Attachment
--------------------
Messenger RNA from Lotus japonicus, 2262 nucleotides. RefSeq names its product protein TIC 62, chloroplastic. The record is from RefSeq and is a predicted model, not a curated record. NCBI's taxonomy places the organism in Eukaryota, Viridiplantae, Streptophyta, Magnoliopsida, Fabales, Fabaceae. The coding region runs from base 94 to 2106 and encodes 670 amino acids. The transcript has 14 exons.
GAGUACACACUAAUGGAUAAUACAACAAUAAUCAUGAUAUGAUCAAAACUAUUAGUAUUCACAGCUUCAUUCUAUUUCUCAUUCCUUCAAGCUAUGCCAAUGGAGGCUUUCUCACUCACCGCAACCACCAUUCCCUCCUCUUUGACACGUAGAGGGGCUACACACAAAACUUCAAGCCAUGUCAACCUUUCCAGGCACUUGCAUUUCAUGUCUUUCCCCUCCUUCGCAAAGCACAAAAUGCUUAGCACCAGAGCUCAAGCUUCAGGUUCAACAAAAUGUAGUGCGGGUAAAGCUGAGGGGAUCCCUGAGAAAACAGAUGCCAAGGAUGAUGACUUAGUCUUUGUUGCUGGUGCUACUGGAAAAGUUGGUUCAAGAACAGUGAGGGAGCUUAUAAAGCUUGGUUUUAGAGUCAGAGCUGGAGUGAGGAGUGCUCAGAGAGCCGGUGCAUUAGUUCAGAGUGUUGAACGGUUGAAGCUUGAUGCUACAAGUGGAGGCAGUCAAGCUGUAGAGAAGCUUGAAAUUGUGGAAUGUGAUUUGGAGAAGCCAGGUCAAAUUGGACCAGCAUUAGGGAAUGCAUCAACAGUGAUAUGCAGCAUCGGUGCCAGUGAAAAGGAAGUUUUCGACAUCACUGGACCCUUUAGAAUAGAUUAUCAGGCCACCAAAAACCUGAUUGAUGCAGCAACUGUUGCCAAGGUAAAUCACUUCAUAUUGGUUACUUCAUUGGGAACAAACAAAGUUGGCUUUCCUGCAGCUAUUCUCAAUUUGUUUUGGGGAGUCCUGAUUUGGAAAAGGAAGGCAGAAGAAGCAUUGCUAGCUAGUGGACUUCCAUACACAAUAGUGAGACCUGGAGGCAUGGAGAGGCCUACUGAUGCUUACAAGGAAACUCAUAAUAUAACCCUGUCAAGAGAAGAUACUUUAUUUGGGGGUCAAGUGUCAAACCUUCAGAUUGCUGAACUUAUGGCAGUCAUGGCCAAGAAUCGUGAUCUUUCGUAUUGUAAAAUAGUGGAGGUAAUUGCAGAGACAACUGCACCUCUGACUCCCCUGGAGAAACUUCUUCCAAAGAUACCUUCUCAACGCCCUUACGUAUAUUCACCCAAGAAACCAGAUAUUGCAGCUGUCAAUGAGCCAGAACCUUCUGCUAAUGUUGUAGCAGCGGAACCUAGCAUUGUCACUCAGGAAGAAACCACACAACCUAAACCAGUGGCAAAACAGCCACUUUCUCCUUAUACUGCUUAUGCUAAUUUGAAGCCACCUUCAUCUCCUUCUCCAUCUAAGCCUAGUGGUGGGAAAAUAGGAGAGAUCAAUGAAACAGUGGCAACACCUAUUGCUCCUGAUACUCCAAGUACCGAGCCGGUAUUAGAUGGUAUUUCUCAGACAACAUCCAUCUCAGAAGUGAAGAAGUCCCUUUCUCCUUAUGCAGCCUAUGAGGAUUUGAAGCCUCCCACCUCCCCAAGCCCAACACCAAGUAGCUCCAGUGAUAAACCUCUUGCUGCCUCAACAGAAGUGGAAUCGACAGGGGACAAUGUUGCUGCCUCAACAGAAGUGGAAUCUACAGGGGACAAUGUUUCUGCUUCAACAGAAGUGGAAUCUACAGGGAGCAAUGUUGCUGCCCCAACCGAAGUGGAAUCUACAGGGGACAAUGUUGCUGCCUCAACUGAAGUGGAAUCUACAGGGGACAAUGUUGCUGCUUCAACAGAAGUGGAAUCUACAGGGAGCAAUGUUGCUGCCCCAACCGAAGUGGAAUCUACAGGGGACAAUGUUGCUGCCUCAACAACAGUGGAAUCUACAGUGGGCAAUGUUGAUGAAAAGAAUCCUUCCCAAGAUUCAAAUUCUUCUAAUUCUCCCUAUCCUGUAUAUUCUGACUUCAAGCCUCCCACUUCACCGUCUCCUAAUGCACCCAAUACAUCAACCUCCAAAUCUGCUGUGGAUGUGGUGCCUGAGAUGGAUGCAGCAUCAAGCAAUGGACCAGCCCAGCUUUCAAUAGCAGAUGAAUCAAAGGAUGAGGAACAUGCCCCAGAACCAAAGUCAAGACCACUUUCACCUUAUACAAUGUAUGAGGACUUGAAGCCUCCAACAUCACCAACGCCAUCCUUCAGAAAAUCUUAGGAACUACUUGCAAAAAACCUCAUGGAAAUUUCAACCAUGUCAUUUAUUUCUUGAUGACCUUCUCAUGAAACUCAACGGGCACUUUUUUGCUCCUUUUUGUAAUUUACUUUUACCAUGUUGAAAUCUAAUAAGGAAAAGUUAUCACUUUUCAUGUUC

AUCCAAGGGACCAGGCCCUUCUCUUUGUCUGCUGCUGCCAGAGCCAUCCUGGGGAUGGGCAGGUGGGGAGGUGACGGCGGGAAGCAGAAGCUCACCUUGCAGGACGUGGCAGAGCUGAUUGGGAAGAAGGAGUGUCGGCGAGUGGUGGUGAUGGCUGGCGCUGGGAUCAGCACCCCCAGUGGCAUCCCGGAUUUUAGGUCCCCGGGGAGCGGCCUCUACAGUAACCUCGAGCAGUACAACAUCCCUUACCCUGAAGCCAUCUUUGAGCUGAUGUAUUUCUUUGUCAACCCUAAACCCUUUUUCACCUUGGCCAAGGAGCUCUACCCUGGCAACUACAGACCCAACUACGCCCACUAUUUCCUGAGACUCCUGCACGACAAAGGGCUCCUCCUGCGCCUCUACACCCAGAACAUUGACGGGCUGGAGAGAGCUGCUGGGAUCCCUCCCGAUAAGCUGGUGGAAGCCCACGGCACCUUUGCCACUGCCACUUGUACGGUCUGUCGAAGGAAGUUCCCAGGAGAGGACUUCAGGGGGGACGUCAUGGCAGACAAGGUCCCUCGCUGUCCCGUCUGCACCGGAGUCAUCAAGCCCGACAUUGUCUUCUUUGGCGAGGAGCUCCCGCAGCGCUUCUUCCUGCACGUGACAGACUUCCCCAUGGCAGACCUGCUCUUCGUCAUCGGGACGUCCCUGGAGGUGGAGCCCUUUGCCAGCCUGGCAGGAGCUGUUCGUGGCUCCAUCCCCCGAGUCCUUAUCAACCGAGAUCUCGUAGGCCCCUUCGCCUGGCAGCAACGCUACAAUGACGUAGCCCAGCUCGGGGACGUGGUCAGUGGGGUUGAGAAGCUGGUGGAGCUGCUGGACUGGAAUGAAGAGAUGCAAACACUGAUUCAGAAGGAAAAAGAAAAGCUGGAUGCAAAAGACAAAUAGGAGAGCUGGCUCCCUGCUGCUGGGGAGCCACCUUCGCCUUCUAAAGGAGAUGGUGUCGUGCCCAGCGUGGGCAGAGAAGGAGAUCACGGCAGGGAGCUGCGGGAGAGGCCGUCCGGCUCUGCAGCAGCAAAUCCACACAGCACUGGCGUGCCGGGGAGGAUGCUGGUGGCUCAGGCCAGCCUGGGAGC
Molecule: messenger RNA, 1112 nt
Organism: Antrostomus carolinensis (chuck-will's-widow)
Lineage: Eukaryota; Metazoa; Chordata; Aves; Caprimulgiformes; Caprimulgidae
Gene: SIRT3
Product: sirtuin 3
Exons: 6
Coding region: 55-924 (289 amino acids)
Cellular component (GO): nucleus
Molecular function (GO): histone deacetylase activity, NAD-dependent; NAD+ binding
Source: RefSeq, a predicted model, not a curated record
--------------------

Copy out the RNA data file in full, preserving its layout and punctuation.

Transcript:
Messenger RNA from Lotus japonicus, 2262 nucleotides. RefSeq names its product protein TIC 62, chloroplastic. The record is from RefSeq and is a predicted model, not a curated record. NCBI's taxonomy places the organism in Eukaryota, Viridiplantae, Streptophyta, Magnoliopsida, Fabales, Fabaceae. The coding region runs from base 94 to 2106 and encodes 670 amino acids. The transcript has 14 exons.
GAGUACACACUAAUGGAUAAUACAACAAUAAUCAUGAUAUGAUCAAAACUAUUAGUAUUCACAGCUUCAUUCUAUUUCUCAUUCCUUCAAGCUAUGCCAAUGGAGGCUUUCUCACUCACCGCAACCACCAUUCCCUCCUCUUUGACACGUAGAGGGGCUACACACAAAACUUCAAGCCAUGUCAACCUUUCCAGGCACUUGCAUUUCAUGUCUUUCCCCUCCUUCGCAAAGCACAAAAUGCUUAGCACCAGAGCUCAAGCUUCAGGUUCAACAAAAUGUAGUGCGGGUAAAGCUGAGGGGAUCCCUGAGAAAACAGAUGCCAAGGAUGAUGACUUAGUCUUUGUUGCUGGUGCUACUGGAAAAGUUGGUUCAAGAACAGUGAGGGAGCUUAUAAAGCUUGGUUUUAGAGUCAGAGCUGGAGUGAGGAGUGCUCAGAGAGCCGGUGCAUUAGUUCAGAGUGUUGAACGGUUGAAGCUUGAUGCUACAAGUGGAGGCAGUCAAGCUGUAGAGAAGCUUGAAAUUGUGGAAUGUGAUUUGGAGAAGCCAGGUCAAAUUGGACCAGCAUUAGGGAAUGCAUCAACAGUGAUAUGCAGCAUCGGUGCCAGUGAAAAGGAAGUUUUCGACAUCACUGGACCCUUUAGAAUAGAUUAUCAGGCCACCAAAAACCUGAUUGAUGCAGCAACUGUUGCCAAGGUAAAUCACUUCAUAUUGGUUACUUCAUUGGGAACAAACAAAGUUGGCUUUCCUGCAGCUAUUCUCAAUUUGUUUUGGGGAGUCCUGAUUUGGAAAAGGAAGGCAGAAGAAGCAUUGCUAGCUAGUGGACUUCCAUACACAAUAGUGAGACCUGGAGGCAUGGAGAGGCCUACUGAUGCUUACAAGGAAACUCAUAAUAUAACCCUGUCAAGAGAAGAUACUUUAUUUGGGGGUCAAGUGUCAAACCUUCAGAUUGCUGAACUUAUGGCAGUCAUGGCCAAGAAUCGUGAUCUUUCGUAUUGUAAAAUAGUGGAGGUAAUUGCAGAGACAACUGCACCUCUGACUCCCCUGGAGAAACUUCUUCCAAAGAUACCUUCUCAACGCCCUUACGUAUAUUCACCCAAGAAACCAGAUAUUGCAGCUGUCAAUGAGCCAGAACCUUCUGCUAAUGUUGUAGCAGCGGAACCUAGCAUUGUCACUCAGGAAGAAACCACACAACCUAAACCAGUGGCAAAACAGCCACUUUCUCCUUAUACUGCUUAUGCUAAUUUGAAGCCACCUUCAUCUCCUUCUCCAUCUAAGCCUAGUGGUGGGAAAAUAGGAGAGAUCAAUGAAACAGUGGCAACACCUAUUGCUCCUGAUACUCCAAGUACCGAGCCGGUAUUAGAUGGUAUUUCUCAGACAACAUCCAUCUCAGAAGUGAAGAAGUCCCUUUCUCCUUAUGCAGCCUAUGAGGAUUUGAAGCCUCCCACCUCCCCAAGCCCAACACCAAGUAGCUCCAGUGAUAAACCUCUUGCUGCCUCAACAGAAGUGGAAUCGACAGGGGACAAUGUUGCUGCCUCAACAGAAGUGGAAUCUACAGGGGACAAUGUUUCUGCUUCAACAGAAGUGGAAUCUACAGGGAGCAAUGUUGCUGCCCCAACCGAAGUGGAAUCUACAGGGGACAAUGUUGCUGCCUCAACUGAAGUGGAAUCUACAGGGGACAAUGUUGCUGCUUCAACAGAAGUGGAAUCUACAGGGAGCAAUGUUGCUGCCCCAACCGAAGUGGAAUCUACAGGGGACAAUGUUGCUGCCUCAACAACAGUGGAAUCUACAGUGGGCAAUGUUGAUGAAAAGAAUCCUUCCCAAGAUUCAAAUUCUUCUAAUUCUCCCUAUCCUGUAUAUUCUGACUUCAAGCCUCCCACUUCACCGUCUCCUAAUGCACCCAAUACAUCAACCUCCAAAUCUGCUGUGGAUGUGGUGCCUGAGAUGGAUGCAGCAUCAAGCAAUGGACCAGCCCAGCUUUCAAUAGCAGAUGAAUCAAAGGAUGAGGAACAUGCCCCAGAACCAAAGUCAAGACCACUUUCACCUUAUACAAUGUAUGAGGACUUGAAGCCUCCAACAUCACCAACGCCAUCCUUCAGAAAAUCUUAGGAACUACUUGCAAAAAACCUCAUGGAAAUUUCAACCAUGUCAUUUAUUUCUUGAUGACCUUCUCAUGAAACUCAACGGGCACUUUUUUGCUCCUUUUUGUAAUUUACUUUUACCAUGUUGAAAUCUAAUAAGGAAAAGUUAUCACUUUUCAUGUUC

AUCCAAGGGACCAGGCCCUUCUCUUUGUCUGCUGCUGCCAGAGCCAUCCUGGGGAUGGGCAGGUGGGGAGGUGACGGCGGGAAGCAGAAGCUCACCUUGCAGGACGUGGCAGAGCUGAUUGGGAAGAAGGAGUGUCGGCGAGUGGUGGUGAUGGCUGGCGCUGGGAUCAGCACCCCCAGUGGCAUCCCGGAUUUUAGGUCCCCGGGGAGCGGCCUCUACAGUAACCUCGAGCAGUACAACAUCCCUUACCCUGAAGCCAUCUUUGAGCUGAUGUAUUUCUUUGUCAACCCUAAACCCUUUUUCACCUUGGCCAAGGAGCUCUACCCUGGCAACUACAGACCCAACUACGCCCACUAUUUCCUGAGACUCCUGCACGACAAAGGGCUCCUCCUGCGCCUCUACACCCAGAACAUUGACGGGCUGGAGAGAGCUGCUGGGAUCCCUCCCGAUAAGCUGGUGGAAGCCCACGGCACCUUUGCCACUGCCACUUGUACGGUCUGUCGAAGGAAGUUCCCAGGAGAGGACUUCAGGGGGGACGUCAUGGCAGACAAGGUCCCUCGCUGUCCCGUCUGCACCGGAGUCAUCAAGCCCGACAUUGUCUUCUUUGGCGAGGAGCUCCCGCAGCGCUUCUUCCUGCACGUGACAGACUUCCCCAUGGCAGACCUGCUCUUCGUCAUCGGGACGUCCCUGGAGGUGGAGCCCUUUGCCAGCCUGGCAGGAGCUGUUCGUGGCUCCAUCCCCCGAGUCCUUAUCAACCGAGAUCUCGUAGGCCCCUUCGCCUGGCAGCAACGCUACAAUGACGUAGCCCAGCUCGGGGACGUGGUCAGUGGGGUUGAGAAGCUGGUGGAGCUGCUGGACUGGAAUGAAGAGAUGCAAACACUGAUUCAGAAGGAAAAAGAAAAGCUGGAUGCAAAAGACAAAUAGGAGAGCUGGCUCCCUGCUGCUGGGGAGCCACCUUCGCCUUCUAAAGGAGAUGGUGUCGUGCCCAGCGUGGGCAGAGAAGGAGAUCACGGCAGGGAGCUGCGGGAGAGGCCGUCCGGCUCUGCAGCAGCAAAUCCACACAGCACUGGCGUGCCGGGGAGGAUGCUGGUGGCUCAGGCCAGCCUGGGAGC
Molecule: messenger RNA, 1112 nt
Organism: Antrostomus carolinensis (chuck-will's-widow)
Lineage: Eukaryota; Metazoa; Chordata; Aves; Caprimulgiformes; Caprimulgidae
Gene: SIRT3
Product: sirtuin 3
Exons: 6
Coding region: 55-924 (289 amino acids)
Cellular component (GO): nucleus
Molecular function (GO): histone deacetylase activity, NAD-dependent; NAD+ binding
Source: RefSeq, a predicted model, not a curated record